The meeting with the private investigator and undercover officer came just a few weeks after Ismail got word that the U.S. Supreme Court had denied her appeal of the legal proceedings that took her son away. (Later, in 2010 and 2011, she filed civil rights lawsuits against most of the agencies involved, which are pending.)

Deputy District Attorney Beth Costello said that Ismail "resorted to the illegal" after her appeals over the adoption case were exhausted.

Ismail's son was taken by the Orange County Social Services Agency in 2005 after she left him home alone, according to court records. Huntington Beach police found her preschool-age son alone in his crib after a neighbor heard him crying.

Social workers came in to take the boy. Ismail, a single mother, had gone to work even though her child care arrangement fell through that day, her attorney, Ann Cunningham said.

In supervised visits, Ismail failed to set boundaries – not giving Anthony time-outs, allowing him a cookie when he didn't finish his meal, social workers reported, court records said.

A fair-haired boy with almond eyes and a winsome smile, Anthony was placed with a "fost-adopt" family in Lake Forest, three months after he was taken from Ismail, and has been with them ever since.

In her lawsuit, Ismail accuses the social workers of deciding early on to adopt her son out to another family and thwart any chance at reunification by incessant fault-finding, such as:

She fed him a tuna fish sandwich during a bowling outing, and tuna got on the ball return.

Her toilet water was blue.

She ordered him an IHOP International Breakfast meal rather than something from the Kids Menu.

At Dave and Busters, on a mid-week afternoon, she allowed her son to use the men's room by himself, while she and a social worker waited by the door.

That last incident was cited by the judge in deciding to terminate reunification efforts, according to Ismail and Cunningham. Taking her son to an establishment with a bar was said to be evidence of bad judgment.

Ismail is arguing that the way California severs parental rights is unconstitutional.

In California, a parent's rights can be effectively terminated before anyone has to present "clear and convincing" evidence that they should be, according to a law journal article that she cites in her lawsuits.

The other 49 states follow a Supreme Court precedent that requires a court to find "clear and convincing evidence" of a parent's unfitness before terminating his or her rights. California follows a looser "preponderance of the evidence" standard. That means a mother loses her child if the court rules it's more likely than not she's a bad one.

The California Supreme Court has decided that the U.S. Supreme Court standard doesn't apply here. By the time a California court considers a mother's rights, they are outweighed by the child's bonds with a new family.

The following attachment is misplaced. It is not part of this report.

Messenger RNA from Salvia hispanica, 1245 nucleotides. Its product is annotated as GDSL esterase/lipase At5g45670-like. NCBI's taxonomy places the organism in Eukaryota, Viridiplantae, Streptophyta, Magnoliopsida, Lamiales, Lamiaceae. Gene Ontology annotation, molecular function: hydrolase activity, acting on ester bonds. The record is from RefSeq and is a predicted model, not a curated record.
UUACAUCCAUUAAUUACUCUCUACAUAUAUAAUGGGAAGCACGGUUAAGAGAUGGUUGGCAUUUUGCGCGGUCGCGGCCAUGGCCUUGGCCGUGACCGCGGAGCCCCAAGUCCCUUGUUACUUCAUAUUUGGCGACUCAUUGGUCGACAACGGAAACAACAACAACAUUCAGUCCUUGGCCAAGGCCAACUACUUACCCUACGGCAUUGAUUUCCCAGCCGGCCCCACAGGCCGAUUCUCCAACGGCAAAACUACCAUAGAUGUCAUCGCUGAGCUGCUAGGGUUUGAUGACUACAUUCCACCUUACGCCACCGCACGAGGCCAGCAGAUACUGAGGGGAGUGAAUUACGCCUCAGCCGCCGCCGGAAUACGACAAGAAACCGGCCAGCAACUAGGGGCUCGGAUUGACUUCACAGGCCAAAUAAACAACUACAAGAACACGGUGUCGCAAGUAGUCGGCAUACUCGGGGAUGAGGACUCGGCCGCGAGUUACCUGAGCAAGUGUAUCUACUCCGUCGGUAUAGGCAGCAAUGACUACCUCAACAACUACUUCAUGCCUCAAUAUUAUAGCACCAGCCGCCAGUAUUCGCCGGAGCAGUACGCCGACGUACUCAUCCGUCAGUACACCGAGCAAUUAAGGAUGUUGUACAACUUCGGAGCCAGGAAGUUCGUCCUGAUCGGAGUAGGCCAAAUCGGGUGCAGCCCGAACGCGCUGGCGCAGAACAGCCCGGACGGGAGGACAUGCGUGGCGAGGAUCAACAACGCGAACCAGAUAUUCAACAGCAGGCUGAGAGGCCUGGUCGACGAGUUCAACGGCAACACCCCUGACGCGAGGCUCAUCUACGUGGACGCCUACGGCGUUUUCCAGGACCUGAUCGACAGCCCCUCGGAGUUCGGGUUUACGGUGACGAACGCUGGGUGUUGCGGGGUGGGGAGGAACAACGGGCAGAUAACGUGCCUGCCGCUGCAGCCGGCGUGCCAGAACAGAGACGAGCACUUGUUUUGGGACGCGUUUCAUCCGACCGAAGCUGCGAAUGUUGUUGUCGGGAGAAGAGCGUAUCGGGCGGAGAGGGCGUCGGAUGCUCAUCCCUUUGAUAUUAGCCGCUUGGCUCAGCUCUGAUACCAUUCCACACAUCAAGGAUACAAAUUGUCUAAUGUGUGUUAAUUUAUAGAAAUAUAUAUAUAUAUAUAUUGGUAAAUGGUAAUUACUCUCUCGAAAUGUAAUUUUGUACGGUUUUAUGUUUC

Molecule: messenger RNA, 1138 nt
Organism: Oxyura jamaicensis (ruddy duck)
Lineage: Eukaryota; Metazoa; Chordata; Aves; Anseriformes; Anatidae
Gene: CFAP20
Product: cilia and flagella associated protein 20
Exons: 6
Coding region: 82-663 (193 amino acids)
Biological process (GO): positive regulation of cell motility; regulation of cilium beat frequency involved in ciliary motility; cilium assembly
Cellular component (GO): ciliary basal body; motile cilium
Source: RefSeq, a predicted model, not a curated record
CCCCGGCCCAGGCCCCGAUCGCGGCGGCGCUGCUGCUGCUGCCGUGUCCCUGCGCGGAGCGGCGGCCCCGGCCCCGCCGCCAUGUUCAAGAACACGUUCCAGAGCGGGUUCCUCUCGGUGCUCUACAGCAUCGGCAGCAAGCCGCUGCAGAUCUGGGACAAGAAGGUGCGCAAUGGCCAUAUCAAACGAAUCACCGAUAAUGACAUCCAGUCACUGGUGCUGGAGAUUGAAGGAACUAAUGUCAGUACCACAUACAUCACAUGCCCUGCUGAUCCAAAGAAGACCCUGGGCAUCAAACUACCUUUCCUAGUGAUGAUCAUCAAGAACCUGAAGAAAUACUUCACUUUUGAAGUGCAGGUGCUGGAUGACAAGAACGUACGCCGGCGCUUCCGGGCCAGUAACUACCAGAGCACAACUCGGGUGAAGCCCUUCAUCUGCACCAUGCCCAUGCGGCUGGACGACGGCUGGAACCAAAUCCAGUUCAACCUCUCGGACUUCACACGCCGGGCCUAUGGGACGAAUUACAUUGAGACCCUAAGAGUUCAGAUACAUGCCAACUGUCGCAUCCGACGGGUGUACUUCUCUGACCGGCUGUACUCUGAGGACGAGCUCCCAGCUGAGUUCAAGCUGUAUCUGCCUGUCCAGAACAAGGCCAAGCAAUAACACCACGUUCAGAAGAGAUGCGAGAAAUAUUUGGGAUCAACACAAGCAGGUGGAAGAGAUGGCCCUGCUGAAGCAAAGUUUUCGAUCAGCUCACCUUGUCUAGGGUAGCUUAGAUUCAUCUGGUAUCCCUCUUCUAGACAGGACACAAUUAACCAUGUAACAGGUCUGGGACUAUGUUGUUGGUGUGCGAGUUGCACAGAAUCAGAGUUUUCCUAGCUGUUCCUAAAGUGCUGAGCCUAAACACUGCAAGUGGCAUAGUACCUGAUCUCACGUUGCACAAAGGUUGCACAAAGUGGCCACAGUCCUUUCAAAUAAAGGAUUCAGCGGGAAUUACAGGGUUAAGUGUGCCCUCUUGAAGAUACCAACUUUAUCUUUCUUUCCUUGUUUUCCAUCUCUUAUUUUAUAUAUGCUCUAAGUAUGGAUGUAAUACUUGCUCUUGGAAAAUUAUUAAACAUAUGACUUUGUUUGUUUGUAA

Ismail argues that point in her lawsuits, but first she has her kidnapping case, which continues on Monday.

In November 2009, Ismail called several private investigators, prosecutors allege. One of them, Robert Young, had a history as a police informant.

Young testified Thursday that Ismail approached him with a plan either to dig up dirt on the foster couple or to plant something incriminating. At the end of the meeting, she mentioned a Plan B: kidnapping her son and taking him abroad, he said. Young said he'd have to talk to his partner. Then he called the police, and set up another meeting with Ismail, bringing Newport Beach police officer Neal Schuster, who was posing as his partner.

On tape, the "investigators" say they'd be willing to help her get her son back.

"It's not like we haven't done stuff like this in the past," one says.

"Seriously, can you do Plan B," Ismail asks early on. "What if I ask you to fly him to Libya, or France," she asks later.

Otherwise, she continually steers the conversation back to Plan A, saying she'd need a few more weeks to decide about Plan B.

"I think we're going to go with the first one," Ismail tells him. "If A fails.... I was hoping to do A.... Go with A.... I was hoping A would work.... You don't think A would work?.... Maybe you can work on A for a couple weeks.... Why don't you think about Plan A first.... If you want B, that would take at least a month of preparation for me.... I'm really thinking I want to go with A.... We'll start off with A and if that doesn't work out for you.... A would be good.... I'm still debating what to do."